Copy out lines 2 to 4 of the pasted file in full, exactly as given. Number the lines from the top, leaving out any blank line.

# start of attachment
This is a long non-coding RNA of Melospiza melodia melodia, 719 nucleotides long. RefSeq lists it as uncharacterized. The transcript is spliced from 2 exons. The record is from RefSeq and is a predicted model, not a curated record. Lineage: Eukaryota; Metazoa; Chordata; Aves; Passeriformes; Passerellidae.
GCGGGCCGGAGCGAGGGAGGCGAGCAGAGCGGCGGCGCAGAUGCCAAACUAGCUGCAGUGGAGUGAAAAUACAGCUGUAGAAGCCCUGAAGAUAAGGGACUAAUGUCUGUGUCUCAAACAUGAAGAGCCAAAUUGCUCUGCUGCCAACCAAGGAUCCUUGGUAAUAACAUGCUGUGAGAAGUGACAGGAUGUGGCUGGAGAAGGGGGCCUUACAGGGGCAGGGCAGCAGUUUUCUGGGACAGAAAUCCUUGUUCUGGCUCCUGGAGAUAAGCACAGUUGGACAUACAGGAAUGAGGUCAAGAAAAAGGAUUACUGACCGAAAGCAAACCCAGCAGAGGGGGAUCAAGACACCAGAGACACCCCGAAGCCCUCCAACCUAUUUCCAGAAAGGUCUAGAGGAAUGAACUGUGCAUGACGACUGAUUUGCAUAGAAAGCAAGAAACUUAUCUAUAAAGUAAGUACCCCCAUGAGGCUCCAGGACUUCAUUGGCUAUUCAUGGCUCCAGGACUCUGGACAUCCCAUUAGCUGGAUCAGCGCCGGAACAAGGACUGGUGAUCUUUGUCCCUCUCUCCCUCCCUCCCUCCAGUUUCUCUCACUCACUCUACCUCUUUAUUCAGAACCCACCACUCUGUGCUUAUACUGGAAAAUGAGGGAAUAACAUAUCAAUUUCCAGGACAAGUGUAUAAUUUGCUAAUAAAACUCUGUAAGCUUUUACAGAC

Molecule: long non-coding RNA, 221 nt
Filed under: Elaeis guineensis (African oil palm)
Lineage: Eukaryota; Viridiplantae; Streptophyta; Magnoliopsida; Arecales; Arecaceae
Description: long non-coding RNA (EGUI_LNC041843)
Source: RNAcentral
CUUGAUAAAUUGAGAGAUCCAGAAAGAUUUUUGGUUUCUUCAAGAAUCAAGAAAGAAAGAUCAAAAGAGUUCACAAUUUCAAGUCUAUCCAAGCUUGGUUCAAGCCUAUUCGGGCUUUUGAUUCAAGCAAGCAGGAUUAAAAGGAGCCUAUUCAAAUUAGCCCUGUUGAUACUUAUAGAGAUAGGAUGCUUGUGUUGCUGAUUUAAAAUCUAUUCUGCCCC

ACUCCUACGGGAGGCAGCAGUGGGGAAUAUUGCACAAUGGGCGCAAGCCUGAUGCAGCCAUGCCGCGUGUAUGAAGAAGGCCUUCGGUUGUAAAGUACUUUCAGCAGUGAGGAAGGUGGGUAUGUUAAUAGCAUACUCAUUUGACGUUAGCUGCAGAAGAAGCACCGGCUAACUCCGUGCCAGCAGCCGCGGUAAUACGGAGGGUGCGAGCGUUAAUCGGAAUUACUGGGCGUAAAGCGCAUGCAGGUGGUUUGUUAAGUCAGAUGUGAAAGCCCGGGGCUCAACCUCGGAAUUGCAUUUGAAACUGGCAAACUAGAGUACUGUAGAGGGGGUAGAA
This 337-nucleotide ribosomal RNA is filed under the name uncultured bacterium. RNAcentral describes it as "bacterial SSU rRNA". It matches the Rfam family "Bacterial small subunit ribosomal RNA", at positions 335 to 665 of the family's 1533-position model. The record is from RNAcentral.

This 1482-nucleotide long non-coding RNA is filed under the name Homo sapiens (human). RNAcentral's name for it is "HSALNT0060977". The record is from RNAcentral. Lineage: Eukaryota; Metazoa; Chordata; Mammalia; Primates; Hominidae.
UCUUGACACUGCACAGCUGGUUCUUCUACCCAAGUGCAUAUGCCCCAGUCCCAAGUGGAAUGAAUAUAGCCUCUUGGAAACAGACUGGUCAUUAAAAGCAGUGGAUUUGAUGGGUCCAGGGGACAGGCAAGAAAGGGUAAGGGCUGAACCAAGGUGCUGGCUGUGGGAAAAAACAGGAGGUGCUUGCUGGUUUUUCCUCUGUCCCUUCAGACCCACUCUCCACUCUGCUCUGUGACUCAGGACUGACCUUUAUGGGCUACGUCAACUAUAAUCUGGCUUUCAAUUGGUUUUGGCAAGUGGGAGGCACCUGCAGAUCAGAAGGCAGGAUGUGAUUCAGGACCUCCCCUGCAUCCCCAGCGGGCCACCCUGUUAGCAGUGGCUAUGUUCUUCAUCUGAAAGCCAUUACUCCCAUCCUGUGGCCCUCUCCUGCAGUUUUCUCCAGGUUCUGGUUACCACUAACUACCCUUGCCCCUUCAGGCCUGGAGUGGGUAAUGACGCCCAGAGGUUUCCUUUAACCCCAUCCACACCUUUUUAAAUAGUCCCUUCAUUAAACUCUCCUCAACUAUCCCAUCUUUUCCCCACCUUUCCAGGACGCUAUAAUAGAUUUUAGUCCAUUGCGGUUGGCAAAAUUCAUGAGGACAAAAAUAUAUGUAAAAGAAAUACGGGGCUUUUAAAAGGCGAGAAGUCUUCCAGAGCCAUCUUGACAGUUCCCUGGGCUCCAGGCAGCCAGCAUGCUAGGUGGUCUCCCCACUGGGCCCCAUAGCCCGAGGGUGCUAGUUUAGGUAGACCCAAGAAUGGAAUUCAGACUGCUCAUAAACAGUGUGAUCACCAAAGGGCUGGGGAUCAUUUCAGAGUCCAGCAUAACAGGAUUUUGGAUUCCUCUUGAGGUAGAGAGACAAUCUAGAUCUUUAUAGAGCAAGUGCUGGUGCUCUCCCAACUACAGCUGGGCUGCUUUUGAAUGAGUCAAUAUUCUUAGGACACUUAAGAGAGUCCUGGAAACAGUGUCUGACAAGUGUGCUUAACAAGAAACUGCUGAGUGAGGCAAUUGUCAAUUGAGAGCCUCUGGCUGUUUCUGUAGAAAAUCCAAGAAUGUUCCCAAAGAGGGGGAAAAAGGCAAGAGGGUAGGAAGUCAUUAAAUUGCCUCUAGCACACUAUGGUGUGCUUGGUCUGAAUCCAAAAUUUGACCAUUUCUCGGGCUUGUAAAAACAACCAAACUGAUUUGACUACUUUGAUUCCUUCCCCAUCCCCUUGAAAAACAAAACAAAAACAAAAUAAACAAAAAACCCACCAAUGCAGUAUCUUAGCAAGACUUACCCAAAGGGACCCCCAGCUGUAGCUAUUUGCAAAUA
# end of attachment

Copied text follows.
GCGGGCCGGAGCGAGGGAGGCGAGCAGAGCGGCGGCGCAGAUGCCAAACUAGCUGCAGUGGAGUGAAAAUACAGCUGUAGAAGCCCUGAAGAUAAGGGACUAAUGUCUGUGUCUCAAACAUGAAGAGCCAAAUUGCUCUGCUGCCAACCAAGGAUCCUUGGUAAUAACAUGCUGUGAGAAGUGACAGGAUGUGGCUGGAGAAGGGGGCCUUACAGGGGCAGGGCAGCAGUUUUCUGGGACAGAAAUCCUUGUUCUGGCUCCUGGAGAUAAGCACAGUUGGACAUACAGGAAUGAGGUCAAGAAAAAGGAUUACUGACCGAAAGCAAACCCAGCAGAGGGGGAUCAAGACACCAGAGACACCCCGAAGCCCUCCAACCUAUUUCCAGAAAGGUCUAGAGGAAUGAACUGUGCAUGACGACUGAUUUGCAUAGAAAGCAAGAAACUUAUCUAUAAAGUAAGUACCCCCAUGAGGCUCCAGGACUUCAUUGGCUAUUCAUGGCUCCAGGACUCUGGACAUCCCAUUAGCUGGAUCAGCGCCGGAACAAGGACUGGUGAUCUUUGUCCCUCUCUCCCUCCCUCCCUCCAGUUUCUCUCACUCACUCUACCUCUUUAUUCAGAACCCACCACUCUGUGCUUAUACUGGAAAAUGAGGGAAUAACAUAUCAAUUUCCAGGACAAGUGUAUAAUUUGCUAAUAAAACUCUGUAAGCUUUUACAGAC

Molecule: long non-coding RNA, 221 nt
Filed under: Elaeis guineensis (African oil palm)